No, I remember there were two or three people who worked on things together. I seem to remember some satisfaction of solving one problem. I remember working with somebody like Foley on something else", and I remember we had discussions with Nierenberg. I don't remember if Nierenberg and I actually worked on it. I think we prepared a joint report. There was a group of us that prepared some sort of report, but I haven't the slightest idea what was in it. It must exist somewhere.
So the nature of the work was that you worked pretty much on your own during a summer study, and prepared a report that was then presented to the Navy in this case?
Or the military or PSAC. It was made available to various government agencies. JASON was beholden not to the Army or the Navy or the Air Force but to an umbrella Department of Defense, often through ARPA, so I think the reports would go to ARPA and they would do with them what they wanted, squelch them or distribute them. I remember what many of us worked on was trying to show that various crazy ideas of Nick Christofilos wouldn't work. I mean, that was one of JASON's big jobs.
That was a separate matter. He was involved in anti—submarine warfare too, I suppose.
Yes. Oh, everything. And some of them were interesting ideas, but often very far—fetched.
To what extent did you draw on your experimental physics experience in doing this?
Well, you know, the idea of signal processing and optimum use of electronics for detection, and some of the matters I had worried about, were both from Los Alamos days of building instruments, and Caltech days of building instruments, and giving my course had raised such issues. So I had lots of experience and also analytical ability with questions about signal processing and detection and noise, things of that sort.
Which of course fed into the ASW.
That fed into those things.
So there were different kinds of projects. The ASW was an ongoing one. That was an inventive effort, in a sense, that was supposed to produce some results.
It was supposed to get a better understanding of what were the limits. What could one do better than one was doing now. Where were the techniques which could be used to improve sonar? I do remember one specific thing I worked on. I prepared a report on surface ships. There was some thought that one attack on the submarine problem, if you were going to think seriously about limited war, was being able to get ships back and forth without them being sunk by submarines. This is different from the nuclear submarine vulnerability problem. And the question had been raised, one way to do that is to make faster ships, because now with the fast nuclear submarines, the normal shipping is very vulnerable. And so they wanted somebody to look at the whole issue of what was conceivable as a way to go in making faster surface ships. And you know, it's pretty well known that ships go slowly, because of that damn bow wave that you get. So the question was, should you use submarines for shipping or some of these new surface effects, either the hovercraft idea, or there were half a dozen surface effect ideas of ships floating on the surface on cushions of air or something. And I remember writing a review paper looking at all of those, and seeing what the pros and cons might be, which might be possible, what the scaling laws might be for size and so on. So it was part operational analysis, as well as part invention and optimization of systems.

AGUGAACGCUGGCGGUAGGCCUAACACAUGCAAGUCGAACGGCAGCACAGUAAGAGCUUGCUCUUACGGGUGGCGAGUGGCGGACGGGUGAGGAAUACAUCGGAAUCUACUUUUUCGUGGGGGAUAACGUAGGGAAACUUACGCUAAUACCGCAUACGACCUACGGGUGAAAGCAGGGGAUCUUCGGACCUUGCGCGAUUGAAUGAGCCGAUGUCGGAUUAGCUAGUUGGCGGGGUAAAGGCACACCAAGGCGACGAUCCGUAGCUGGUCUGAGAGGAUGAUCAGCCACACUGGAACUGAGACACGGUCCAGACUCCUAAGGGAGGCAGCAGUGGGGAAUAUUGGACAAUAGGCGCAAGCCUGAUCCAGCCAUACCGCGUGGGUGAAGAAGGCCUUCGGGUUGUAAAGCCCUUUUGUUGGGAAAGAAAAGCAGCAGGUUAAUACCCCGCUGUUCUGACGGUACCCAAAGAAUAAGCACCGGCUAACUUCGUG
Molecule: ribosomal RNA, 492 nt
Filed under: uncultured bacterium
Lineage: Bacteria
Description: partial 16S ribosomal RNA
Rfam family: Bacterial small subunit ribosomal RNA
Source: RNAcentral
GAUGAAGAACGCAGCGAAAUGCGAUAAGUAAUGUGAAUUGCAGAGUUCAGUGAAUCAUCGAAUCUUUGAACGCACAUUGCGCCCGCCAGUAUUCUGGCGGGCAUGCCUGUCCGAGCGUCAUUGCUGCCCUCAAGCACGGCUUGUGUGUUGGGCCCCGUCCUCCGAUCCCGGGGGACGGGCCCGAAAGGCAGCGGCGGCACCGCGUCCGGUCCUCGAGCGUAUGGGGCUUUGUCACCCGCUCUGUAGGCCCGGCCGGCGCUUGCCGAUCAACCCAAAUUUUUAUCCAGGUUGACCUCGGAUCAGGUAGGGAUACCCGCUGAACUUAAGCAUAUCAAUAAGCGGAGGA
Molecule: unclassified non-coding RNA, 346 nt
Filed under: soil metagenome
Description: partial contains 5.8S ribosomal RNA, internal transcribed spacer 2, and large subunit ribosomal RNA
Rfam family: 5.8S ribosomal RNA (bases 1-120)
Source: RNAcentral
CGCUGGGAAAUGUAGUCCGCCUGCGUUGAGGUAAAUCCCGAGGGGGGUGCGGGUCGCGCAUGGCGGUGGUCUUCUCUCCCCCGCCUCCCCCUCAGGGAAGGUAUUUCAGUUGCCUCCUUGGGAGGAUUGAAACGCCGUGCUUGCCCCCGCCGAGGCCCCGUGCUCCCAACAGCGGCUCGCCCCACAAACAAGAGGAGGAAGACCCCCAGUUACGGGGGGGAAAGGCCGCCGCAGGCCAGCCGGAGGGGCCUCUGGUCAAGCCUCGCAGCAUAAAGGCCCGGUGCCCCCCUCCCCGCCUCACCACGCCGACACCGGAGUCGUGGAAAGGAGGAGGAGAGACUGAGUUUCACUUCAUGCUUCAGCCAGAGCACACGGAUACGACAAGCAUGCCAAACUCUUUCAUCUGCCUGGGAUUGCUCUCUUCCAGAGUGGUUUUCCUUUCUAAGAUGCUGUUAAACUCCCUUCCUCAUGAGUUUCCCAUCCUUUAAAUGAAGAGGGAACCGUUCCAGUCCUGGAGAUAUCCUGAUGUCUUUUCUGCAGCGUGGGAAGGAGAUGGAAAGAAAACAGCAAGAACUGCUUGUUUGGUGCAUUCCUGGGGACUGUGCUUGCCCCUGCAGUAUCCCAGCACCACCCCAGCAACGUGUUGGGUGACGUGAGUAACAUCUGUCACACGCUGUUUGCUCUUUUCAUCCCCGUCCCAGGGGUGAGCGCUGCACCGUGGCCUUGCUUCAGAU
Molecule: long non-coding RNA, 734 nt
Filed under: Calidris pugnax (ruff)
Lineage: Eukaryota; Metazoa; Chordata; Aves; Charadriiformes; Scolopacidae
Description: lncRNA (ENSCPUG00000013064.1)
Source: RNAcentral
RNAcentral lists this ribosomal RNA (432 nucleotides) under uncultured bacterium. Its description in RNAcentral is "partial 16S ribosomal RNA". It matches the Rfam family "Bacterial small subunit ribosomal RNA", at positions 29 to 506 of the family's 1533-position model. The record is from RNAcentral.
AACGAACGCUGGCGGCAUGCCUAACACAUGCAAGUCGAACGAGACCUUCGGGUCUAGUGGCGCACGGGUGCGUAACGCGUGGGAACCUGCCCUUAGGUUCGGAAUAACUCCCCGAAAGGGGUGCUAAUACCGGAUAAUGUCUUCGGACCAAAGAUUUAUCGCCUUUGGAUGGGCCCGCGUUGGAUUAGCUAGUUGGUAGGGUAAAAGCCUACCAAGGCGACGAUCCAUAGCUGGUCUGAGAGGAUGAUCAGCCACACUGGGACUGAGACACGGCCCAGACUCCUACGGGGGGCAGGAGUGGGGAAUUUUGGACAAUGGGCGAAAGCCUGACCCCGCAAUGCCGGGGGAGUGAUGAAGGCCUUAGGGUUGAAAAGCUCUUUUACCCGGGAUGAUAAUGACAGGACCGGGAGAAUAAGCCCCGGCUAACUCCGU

To what extent was that a new thing for you, operational analysis?
Well, in some of my consulting essentially I had got into the general ideas of doing, as a consultant for industry, what I would call an operational analysis of a system that was proposed, and see whether it was optimum or what one could say in general. I had gotten into that somewhat. But I think I developed it more during the governmental consultancies.
Particularly in JASON?
I think so, yes, in JASON and PSAC. Occasionally on those PSAC panels one would sort of work at home for a day or two to try to analyze the problem, cast doubt on some statement the military had made—you know, that such a thing was possible or not possible or whatever.
So there are three distinguishable things now we're talking about. We're talking about ASW. We've talked about the surface ships, which is distinguishable from that.
Well, it was part of the ASW. Either you can try to knock off the submarines, make yourself invulnerable to them, or go faster.
OK. And there was the Christofilos problem.
You've heard about that one before?
Oh yes, I've heard about his inventiveness, yes. Are there any particular instances of that we might talk about?
Oh, I don't remember. I just have this general picture that he would come up with this incredible scheme for solving some military problem, and it had so many aspects, and everything was three orders of magnitude beyond anybody's experience. You know, he was going to put up satellites with sails 500 miles in diameter, and they were going to reflect light from here, and they were going to do this as well as communication at one cycle per second, you know.
And you were involved in that?
Occasionally we'd sit down and try to analyze, you know were there any holes in the argument.
Did he himself participate?
Oh, yes, he welcomed that. He was a great discusser. His mind worked very fast and he was very bright.
The ASW and the surface ship thing both have been part of the 1965 Falmouth summer study then.
Did you participate in more than one other summer study?
As a regular participant, I don't think I had time to go to a full summer study, until 1966, when they had the Wellesley—Santa Barbara.
In Santa Barbara in 1966.